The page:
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Updating an A-65?

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Pops

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Is there a sneaky way to hot rod an A65? Maybe drop in a longer throw crank out of something? I ask because there’s a homebuilt Champ at my home field that just walks away from all the other A65 powered planes, including other Champs. It even out-revs an 85hp Cub on the same prop. We know where the engine came from (another Champ crushed in a hangar collapse) but apart from giving strong oil pressure and not making metal we haven’t dug too deep into the engine itself.
Look at link in post #12.
 

Armilite

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Is there a sneaky way to hot rod an A65? Maybe drop in a longer throw crank out of something? I ask because there’s a homebuilt Champ at my home field that just walks away from all the other A65 powered planes, including other Champs. It even out-revs an 85hp Cub on the same prop. We know where the engine came from (another Champ crushed in a hangar collapse) but apart from giving strong oil pressure and not making metal we haven’t dug too deep into the engine itself.
===========================

Since everybody uses different Brand Name & Lenght and Number of Blades Props, everything you do can gain you some more hp. Most Upgrades are done during a Rebuild.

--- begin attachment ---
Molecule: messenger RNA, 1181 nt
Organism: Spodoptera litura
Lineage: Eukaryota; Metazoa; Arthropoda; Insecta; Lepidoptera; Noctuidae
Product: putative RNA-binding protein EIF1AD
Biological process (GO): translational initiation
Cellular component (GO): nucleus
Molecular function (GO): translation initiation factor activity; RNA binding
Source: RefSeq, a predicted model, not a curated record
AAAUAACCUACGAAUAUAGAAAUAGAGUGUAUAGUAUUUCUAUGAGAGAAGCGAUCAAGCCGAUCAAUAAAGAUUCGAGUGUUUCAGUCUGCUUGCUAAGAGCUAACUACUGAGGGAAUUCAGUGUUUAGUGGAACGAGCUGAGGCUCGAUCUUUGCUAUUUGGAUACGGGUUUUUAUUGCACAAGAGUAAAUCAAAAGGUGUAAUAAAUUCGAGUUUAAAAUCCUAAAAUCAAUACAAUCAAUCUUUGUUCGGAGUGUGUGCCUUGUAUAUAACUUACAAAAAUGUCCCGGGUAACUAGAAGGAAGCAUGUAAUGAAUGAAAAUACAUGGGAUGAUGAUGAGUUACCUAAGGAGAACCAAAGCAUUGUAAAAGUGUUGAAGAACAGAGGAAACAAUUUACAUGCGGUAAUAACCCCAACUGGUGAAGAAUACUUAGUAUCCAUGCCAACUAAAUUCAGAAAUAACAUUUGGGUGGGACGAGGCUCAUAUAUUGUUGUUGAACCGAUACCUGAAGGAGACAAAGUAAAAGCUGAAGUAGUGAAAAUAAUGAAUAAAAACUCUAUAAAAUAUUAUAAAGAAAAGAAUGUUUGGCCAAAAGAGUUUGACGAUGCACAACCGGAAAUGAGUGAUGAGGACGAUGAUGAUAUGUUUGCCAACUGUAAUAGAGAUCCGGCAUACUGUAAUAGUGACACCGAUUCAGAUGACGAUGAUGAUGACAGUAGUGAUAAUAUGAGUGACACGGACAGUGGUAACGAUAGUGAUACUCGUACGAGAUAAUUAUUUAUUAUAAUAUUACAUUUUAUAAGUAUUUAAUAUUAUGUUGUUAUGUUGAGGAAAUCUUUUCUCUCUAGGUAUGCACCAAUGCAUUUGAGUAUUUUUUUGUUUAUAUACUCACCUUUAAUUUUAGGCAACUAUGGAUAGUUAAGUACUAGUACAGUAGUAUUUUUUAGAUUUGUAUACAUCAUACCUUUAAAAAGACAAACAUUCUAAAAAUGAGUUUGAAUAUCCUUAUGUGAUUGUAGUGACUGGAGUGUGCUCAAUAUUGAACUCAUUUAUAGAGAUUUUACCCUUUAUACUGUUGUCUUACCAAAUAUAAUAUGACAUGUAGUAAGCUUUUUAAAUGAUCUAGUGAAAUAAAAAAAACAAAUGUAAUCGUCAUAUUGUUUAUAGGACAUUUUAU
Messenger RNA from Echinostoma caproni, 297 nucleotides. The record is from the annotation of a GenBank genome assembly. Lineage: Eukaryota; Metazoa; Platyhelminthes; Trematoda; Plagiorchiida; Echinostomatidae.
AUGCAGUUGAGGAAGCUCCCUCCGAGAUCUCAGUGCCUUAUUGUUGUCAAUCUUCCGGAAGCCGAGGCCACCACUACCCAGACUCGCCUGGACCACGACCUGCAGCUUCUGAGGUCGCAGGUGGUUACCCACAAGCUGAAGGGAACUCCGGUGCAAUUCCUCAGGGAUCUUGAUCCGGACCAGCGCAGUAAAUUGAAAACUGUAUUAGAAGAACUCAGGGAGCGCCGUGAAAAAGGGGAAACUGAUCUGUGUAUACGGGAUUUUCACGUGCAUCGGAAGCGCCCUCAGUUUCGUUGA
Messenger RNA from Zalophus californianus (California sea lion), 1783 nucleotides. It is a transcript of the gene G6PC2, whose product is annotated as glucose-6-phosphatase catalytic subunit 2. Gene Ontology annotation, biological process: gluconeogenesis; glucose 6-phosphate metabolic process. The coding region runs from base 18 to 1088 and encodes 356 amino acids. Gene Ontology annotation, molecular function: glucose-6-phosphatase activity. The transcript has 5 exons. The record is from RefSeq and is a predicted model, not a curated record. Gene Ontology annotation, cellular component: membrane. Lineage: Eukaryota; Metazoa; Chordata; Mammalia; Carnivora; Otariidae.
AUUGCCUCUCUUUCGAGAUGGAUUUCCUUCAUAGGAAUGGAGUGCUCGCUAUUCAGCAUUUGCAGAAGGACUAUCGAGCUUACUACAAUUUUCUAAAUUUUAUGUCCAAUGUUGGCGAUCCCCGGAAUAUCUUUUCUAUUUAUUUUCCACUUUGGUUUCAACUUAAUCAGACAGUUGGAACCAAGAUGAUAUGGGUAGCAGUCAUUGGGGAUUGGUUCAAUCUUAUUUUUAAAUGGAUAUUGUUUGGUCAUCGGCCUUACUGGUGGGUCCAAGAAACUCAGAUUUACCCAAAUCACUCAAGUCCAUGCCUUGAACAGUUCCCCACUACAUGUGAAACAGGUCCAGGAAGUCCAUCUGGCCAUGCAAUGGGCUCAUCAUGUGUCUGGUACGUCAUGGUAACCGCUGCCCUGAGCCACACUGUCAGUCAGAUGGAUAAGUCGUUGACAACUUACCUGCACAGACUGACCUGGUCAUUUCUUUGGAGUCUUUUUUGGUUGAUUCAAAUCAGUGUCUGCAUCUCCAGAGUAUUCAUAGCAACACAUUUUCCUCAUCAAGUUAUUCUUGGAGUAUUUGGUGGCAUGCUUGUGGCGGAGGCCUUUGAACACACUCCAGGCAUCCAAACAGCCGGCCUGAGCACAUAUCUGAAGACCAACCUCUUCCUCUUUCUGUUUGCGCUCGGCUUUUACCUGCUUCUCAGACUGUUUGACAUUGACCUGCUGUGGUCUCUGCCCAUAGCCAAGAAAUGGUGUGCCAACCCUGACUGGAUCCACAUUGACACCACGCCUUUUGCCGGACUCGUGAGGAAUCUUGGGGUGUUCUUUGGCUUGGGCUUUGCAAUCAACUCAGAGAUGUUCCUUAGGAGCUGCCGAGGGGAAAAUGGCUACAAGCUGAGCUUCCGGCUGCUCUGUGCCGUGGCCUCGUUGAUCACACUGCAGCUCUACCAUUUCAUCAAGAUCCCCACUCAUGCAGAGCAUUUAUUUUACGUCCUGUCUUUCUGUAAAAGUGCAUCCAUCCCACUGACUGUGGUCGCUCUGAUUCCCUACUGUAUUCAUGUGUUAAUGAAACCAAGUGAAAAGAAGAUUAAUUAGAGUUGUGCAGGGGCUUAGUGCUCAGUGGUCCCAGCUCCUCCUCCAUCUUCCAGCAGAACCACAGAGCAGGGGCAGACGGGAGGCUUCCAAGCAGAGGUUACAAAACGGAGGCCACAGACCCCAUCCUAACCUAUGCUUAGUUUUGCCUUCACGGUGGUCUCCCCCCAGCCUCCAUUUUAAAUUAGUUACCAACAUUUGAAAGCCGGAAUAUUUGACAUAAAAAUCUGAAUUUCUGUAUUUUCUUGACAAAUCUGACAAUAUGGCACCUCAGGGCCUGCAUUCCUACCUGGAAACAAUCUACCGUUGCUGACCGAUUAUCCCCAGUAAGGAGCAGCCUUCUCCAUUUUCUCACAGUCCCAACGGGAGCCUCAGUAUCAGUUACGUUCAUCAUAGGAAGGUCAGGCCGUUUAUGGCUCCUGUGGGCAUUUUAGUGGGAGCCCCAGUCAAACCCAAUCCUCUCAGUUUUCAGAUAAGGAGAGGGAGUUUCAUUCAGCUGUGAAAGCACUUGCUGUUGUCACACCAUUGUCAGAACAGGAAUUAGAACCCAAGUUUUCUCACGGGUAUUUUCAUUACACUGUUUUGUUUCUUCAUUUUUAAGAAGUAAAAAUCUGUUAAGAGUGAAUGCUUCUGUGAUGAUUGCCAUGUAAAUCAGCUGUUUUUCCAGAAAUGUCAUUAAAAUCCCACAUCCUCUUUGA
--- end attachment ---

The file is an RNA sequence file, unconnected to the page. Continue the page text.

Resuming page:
1. Raise CR. Bolt-On New Pistons!
2. Better Cam. Bolt-On!
3. Porting & Polishing. Labor & Grinding
4. Bigger Valves. Machining and Bolt-On Parts.
5. Use Higher rpm.
6. Use the different Engine Coatings.
7. Use EFI.
8. Add a Turbo. Bolt-On Item.
 

TFF

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You put a A-75 prop on it. A-75 prop is slightly less diameter which lets it spin faster. The gain in thrust with more rpm is more than the loss of the diameter. A-75 is updated to handle the RPM. Technically it’s not legal, but you have to put all the pieces together to catch it.
 

n3puppy

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You put a A-75 prop on it. A-75 prop is slightly less diameter which lets it spin faster. The gain in thrust with more rpm is more than the loss of the diameter. A-75 is updated to handle the RPM. Technically it’s not legal, but you have to put all the pieces together to catch it.
Yup - that's what the local guys do - A75 prop for more rpm. My Aeronca Chief had a "Climb Prop" that was suspiciously like a A75 prop if you measured it - but was marked as a "Legal" A65 prop

Continental service bulletin lists all the parts needed to "Officially" turn a A65 into a A75. Most felt the item on the list worth swapping were the drilled rods for better oiling at higher rpm
Some guys went with the pistons too but not always
6B026F8B-346D-44E3-A961-ACCFDD10BFFE.jpeg
 
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Pops

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I think I have a set of 80 hp pistons, but everyone says they are heavy and best not to used them. Also might have a set of 75 HP rods. Oil holes in large end.

Dan
 

PTAirco

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I think I have a set of 80 hp pistons, but everyone says they are heavy and best not to used them. Also might have a set of 75 HP rods. Oil holes in large end.

Dan
I have also heard that those people who own an A85 (not many) are quite happy with the way it runs. I'd be curious to build one just to see how it does.Stritcly experimental, of course....
 

crkckr